GST’s Role in Pushing Investments in the Real Estate Sector

The Goods and Services Tax (GST) is one of the largest indirect tax reforms in the country anticipated to not only simplify the complex tax structure but would also boost consumer demand in the prevailing timid realty market.

The GST will be effective beginning 1 st July 2017, and with any new reform, there are some areas where further clarity is required. As people start implementing the tax regime, there will be queries that need further clarification. It is natural for people and businesses to feel overwhelmed when implementing a new reform.

It has been slated that under construction properties or residential construction services, will be subject to a 12 percent GST rate for developers selling residential units prior to the completion of construction to home buyers. Stamp duty will be levied in addition to GST on these transactions. Currently, with the exception of stamp duty, buyers need to pay several indirect taxes such as excise duty, value-added tax and service tax.

In a recent financial analysis, it was estimated that the current real estate transaction taxes are:

15.2% for Bangalore = 4% VAT, 4.5% Service Tax, 5.7% Stamp Duty, 1% Registration

11.5% for Mumbai = 1% VAT, 4.5% Service Tax, 5% Stamp Duty (recently reduced), 1% Registration Charges

11.5% for Pune = 1% VAT, 4.5% Service Tax, 5% Stamp Duty, 1% Registration Charges

14.5% for Chennai = 2% VAT, 4.5% Service Tax, 7% Stamp Duty, 1% Registration Charges

15% for Gurgaon= 4% VAT, 4.5% Service Tax, 6% Stamp Duty, 0.5% Registration Charges

Furthermore, real estate builders will now receive the benefit of input credits on materials such as steel, cement, sand, which will be deducted from tax liabilities. It has been anticipated by the government that builders will transfer these benefits onto the end consumer by way of price reduction/installments with a view to boost consumer demand in a tepid sales environment. The government in a recent statement has alluded to using ‘anti-profiteering’ rules in line with the Directorate General of Safeguards (DGS) stipulations, as a deterrent to ensure builders transfer these benefits to the end consumer. It is, however, in the interest of the sector as a whole to maximise consumer demand and encourage purchase activity.

GST of 18 percent tax will be applicable for leasing commercial properties. Experts have clarified that the threshold limit for the applicability of GST has been increased from Rs 10 lakhs to Rs 20 lakhs. Hence, some of the landlords that came within the purview of the service tax regime, may not be included under the tax net of the GST.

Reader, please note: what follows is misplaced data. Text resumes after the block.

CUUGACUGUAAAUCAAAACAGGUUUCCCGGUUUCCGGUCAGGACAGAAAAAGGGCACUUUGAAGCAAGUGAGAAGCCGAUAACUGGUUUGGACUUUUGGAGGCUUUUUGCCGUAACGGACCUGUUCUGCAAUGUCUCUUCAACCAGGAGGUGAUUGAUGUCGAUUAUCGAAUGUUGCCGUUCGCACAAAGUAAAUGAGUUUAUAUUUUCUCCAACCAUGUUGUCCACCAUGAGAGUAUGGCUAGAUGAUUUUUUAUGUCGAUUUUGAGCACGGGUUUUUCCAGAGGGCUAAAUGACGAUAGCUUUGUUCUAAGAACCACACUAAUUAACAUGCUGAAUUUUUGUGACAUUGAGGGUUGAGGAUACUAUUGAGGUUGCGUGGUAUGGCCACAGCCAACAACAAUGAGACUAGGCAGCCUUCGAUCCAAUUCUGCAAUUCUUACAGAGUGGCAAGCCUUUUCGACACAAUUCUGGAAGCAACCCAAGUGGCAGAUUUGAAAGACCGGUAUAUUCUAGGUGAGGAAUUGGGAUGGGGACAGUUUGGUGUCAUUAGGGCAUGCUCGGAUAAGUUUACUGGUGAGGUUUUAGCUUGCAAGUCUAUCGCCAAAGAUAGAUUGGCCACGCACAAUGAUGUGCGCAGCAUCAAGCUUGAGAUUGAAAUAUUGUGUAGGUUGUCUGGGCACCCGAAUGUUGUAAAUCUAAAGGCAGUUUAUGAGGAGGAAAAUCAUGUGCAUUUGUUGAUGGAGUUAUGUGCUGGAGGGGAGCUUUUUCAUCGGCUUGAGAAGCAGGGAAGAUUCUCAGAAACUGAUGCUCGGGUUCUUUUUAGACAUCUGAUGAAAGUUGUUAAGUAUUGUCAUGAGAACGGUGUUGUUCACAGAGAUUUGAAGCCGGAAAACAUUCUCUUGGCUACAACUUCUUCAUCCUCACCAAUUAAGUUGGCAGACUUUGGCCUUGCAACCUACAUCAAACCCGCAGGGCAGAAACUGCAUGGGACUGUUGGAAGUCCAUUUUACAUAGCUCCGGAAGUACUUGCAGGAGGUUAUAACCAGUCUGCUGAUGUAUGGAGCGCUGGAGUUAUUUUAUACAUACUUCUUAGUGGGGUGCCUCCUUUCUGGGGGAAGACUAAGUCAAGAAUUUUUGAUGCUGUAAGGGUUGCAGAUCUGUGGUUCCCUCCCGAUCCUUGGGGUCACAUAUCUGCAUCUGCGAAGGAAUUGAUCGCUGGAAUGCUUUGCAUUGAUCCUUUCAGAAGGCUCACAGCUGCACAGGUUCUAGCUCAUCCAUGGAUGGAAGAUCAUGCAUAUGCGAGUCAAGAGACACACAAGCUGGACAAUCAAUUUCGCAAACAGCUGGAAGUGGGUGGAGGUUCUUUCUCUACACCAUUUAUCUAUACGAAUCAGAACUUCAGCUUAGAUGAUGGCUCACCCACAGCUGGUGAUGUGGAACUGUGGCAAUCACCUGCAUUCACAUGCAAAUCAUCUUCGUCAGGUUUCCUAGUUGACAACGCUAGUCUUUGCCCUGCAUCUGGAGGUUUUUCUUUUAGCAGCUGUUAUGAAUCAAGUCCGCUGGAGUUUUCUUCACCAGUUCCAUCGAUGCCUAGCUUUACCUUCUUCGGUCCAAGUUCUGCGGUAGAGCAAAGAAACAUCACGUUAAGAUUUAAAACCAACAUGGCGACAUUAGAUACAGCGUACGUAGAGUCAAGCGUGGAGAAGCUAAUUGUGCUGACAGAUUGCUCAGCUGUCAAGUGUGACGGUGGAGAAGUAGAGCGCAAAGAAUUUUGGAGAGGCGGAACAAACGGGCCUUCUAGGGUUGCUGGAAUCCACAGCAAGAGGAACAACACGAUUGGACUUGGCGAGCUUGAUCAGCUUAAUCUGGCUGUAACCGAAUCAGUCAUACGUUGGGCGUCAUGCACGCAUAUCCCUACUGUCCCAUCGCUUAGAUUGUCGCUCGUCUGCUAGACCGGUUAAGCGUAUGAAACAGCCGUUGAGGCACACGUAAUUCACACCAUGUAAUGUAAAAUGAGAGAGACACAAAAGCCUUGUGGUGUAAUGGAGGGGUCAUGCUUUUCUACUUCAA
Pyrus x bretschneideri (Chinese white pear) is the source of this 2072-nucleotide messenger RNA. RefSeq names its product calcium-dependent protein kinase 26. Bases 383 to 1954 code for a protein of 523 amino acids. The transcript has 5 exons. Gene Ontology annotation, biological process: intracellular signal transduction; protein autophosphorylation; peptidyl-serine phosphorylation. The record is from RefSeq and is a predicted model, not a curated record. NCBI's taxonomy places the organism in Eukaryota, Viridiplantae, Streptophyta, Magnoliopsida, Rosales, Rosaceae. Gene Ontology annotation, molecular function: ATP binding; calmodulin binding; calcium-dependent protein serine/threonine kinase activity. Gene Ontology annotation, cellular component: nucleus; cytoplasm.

GST is slated to be applicable on financial services at an 18% rate. Hence, loan processing charges are expected to increase in the GST regime.

The affordable housing segment has been currently exempted from service tax and hence a clarification is expected on GST for affordable housing. Additional clarifications are also required with respect to abatements and composition schemes.

The introduction of RERA, the GST, REITs, Benami Transaction (Prohibition) Act and other government initiatives such as demonetisation, contribute to enhancing transparency and accountability across the sector. For the NRI market, it is anticipated that with the easing of purchase norms combined with these measures, there will much needed simplification to the transaction process which should contribute to increasing confidence in the sector. It is also important to remember that when buyers purchase properties, they focus on the value, their individual needs/requirements and potential appreciation of the asset, rather than on taxation slabs!

A uniform tax structure in markets such as Indonesia, Thailand, among others has been seen to be a catalyst to increase investment. With the introduction of input tax credits, there is now an incentive for added transparency at the construction stage, an area that has been of concern to investor’s previously. Limited visibility on transactions and questions around the credibility of companies across the sector has often been a reason for hesitance among investors, especially with respect to equity deals. A combination of these measures should in the long run help improve the perspective of investors and consumers towards the sector.

With the introduction of RERA and the GST, the real estate sector is metamorphosing into a transparent, tightly controlled and regulated industry. All these measures will, in the long run, create stable businesses, as well as contribute to reducing the trust deficit between the consumer, the investor and the developer. Hence, a simplification to the existing complex taxation systems should be welcomed positively as we get more structured as an industry and as an economy

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